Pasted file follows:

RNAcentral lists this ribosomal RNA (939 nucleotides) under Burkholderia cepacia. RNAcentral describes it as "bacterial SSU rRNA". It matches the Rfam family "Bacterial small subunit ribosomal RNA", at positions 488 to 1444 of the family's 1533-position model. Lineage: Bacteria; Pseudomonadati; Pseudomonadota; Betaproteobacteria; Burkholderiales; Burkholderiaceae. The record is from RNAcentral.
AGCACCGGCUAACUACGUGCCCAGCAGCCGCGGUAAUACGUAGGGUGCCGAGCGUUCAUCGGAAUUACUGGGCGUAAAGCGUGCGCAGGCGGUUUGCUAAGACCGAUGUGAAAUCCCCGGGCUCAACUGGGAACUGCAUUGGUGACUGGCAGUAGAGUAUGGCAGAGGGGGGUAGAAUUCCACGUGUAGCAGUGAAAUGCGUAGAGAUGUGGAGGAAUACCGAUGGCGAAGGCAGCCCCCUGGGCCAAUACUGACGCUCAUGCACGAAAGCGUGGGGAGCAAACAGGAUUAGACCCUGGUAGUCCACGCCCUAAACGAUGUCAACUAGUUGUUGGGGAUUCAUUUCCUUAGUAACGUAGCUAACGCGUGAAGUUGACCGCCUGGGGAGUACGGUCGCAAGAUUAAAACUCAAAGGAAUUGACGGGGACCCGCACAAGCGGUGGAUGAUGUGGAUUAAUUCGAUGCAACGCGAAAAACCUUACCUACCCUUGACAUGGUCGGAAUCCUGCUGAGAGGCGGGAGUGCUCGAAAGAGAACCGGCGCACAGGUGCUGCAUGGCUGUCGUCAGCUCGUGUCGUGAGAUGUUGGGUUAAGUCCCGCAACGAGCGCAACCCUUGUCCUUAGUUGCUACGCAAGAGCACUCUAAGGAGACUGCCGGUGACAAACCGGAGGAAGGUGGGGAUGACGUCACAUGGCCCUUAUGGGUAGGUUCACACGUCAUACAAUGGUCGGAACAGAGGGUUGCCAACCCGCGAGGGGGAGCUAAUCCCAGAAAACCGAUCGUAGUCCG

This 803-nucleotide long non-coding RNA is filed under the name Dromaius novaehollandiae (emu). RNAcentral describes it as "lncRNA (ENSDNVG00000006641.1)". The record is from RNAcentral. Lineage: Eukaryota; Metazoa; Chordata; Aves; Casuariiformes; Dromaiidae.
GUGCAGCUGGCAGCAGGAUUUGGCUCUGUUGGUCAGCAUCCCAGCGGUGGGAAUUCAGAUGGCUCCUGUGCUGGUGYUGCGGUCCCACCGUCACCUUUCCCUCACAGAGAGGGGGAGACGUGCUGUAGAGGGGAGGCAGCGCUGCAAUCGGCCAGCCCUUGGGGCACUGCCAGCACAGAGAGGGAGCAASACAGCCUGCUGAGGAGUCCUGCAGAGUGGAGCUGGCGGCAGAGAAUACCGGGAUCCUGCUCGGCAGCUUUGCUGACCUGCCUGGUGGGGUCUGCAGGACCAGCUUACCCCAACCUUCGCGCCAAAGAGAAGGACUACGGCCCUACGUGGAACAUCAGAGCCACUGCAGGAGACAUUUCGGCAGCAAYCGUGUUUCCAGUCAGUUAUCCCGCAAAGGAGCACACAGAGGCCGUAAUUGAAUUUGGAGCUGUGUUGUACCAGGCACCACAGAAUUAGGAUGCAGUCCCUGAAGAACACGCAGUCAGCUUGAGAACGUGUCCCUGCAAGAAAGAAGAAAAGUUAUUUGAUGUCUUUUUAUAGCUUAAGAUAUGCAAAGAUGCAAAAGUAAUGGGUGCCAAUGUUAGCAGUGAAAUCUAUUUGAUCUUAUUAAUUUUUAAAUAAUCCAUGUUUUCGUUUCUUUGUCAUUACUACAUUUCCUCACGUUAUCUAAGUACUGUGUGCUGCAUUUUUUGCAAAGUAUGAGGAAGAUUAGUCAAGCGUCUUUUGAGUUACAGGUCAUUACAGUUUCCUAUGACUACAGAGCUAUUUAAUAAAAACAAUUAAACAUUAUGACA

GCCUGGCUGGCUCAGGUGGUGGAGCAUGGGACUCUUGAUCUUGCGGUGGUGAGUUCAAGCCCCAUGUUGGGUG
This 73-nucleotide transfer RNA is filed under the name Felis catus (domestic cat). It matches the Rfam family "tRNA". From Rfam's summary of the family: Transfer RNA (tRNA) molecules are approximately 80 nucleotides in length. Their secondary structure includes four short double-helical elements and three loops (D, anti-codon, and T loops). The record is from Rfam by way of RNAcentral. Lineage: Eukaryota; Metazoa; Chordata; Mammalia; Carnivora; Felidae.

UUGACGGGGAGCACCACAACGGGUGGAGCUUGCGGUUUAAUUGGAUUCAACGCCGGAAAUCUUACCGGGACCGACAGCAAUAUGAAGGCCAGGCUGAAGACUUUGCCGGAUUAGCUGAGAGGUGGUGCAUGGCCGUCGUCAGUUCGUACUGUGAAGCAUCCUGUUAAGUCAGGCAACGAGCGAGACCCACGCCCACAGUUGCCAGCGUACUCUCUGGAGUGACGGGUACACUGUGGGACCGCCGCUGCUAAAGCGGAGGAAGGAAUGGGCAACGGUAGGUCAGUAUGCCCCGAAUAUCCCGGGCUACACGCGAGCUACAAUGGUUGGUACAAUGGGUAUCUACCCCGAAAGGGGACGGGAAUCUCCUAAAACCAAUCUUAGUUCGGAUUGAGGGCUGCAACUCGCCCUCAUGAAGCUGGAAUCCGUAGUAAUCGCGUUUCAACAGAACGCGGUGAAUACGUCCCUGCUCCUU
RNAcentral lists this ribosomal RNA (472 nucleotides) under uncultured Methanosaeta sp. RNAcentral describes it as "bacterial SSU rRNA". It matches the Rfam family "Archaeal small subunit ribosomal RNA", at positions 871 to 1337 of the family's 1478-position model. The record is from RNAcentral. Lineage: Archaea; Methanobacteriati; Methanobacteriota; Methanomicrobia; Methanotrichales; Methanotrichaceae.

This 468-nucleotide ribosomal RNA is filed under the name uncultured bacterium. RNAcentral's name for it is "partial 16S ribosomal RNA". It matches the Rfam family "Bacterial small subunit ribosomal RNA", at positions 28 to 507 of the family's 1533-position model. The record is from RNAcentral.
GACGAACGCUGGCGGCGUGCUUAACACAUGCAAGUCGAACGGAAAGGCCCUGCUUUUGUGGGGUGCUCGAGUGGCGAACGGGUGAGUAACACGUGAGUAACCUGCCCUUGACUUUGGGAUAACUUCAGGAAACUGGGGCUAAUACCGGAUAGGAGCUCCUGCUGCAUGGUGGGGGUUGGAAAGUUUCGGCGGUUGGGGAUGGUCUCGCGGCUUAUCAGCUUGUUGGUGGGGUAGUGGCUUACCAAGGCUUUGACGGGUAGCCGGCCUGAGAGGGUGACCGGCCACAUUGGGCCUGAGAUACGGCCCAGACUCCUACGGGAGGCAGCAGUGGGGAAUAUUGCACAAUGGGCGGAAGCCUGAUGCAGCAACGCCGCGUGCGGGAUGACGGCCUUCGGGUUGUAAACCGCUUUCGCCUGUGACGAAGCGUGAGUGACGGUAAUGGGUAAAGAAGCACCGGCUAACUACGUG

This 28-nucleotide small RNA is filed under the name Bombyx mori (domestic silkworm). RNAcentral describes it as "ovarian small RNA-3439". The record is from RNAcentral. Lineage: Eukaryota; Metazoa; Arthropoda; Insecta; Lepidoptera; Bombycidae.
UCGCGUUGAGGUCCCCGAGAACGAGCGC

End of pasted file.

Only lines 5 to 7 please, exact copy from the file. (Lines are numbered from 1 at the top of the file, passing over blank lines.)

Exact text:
GCCUGGCUGGCUCAGGUGGUGGAGCAUGGGACUCUUGAUCUUGCGGUGGUGAGUUCAAGCCCCAUGUUGGGUG
This 73-nucleotide transfer RNA is filed under the name Felis catus (domestic cat). It matches the Rfam family "tRNA". From Rfam's summary of the family: Transfer RNA (tRNA) molecules are approximately 80 nucleotides in length. Their secondary structure includes four short double-helical elements and three loops (D, anti-codon, and T loops). The record is from Rfam by way of RNAcentral. Lineage: Eukaryota; Metazoa; Chordata; Mammalia; Carnivora; Felidae.

UUGACGGGGAGCACCACAACGGGUGGAGCUUGCGGUUUAAUUGGAUUCAACGCCGGAAAUCUUACCGGGACCGACAGCAAUAUGAAGGCCAGGCUGAAGACUUUGCCGGAUUAGCUGAGAGGUGGUGCAUGGCCGUCGUCAGUUCGUACUGUGAAGCAUCCUGUUAAGUCAGGCAACGAGCGAGACCCACGCCCACAGUUGCCAGCGUACUCUCUGGAGUGACGGGUACACUGUGGGACCGCCGCUGCUAAAGCGGAGGAAGGAAUGGGCAACGGUAGGUCAGUAUGCCCCGAAUAUCCCGGGCUACACGCGAGCUACAAUGGUUGGUACAAUGGGUAUCUACCCCGAAAGGGGACGGGAAUCUCCUAAAACCAAUCUUAGUUCGGAUUGAGGGCUGCAACUCGCCCUCAUGAAGCUGGAAUCCGUAGUAAUCGCGUUUCAACAGAACGCGGUGAAUACGUCCCUGCUCCUU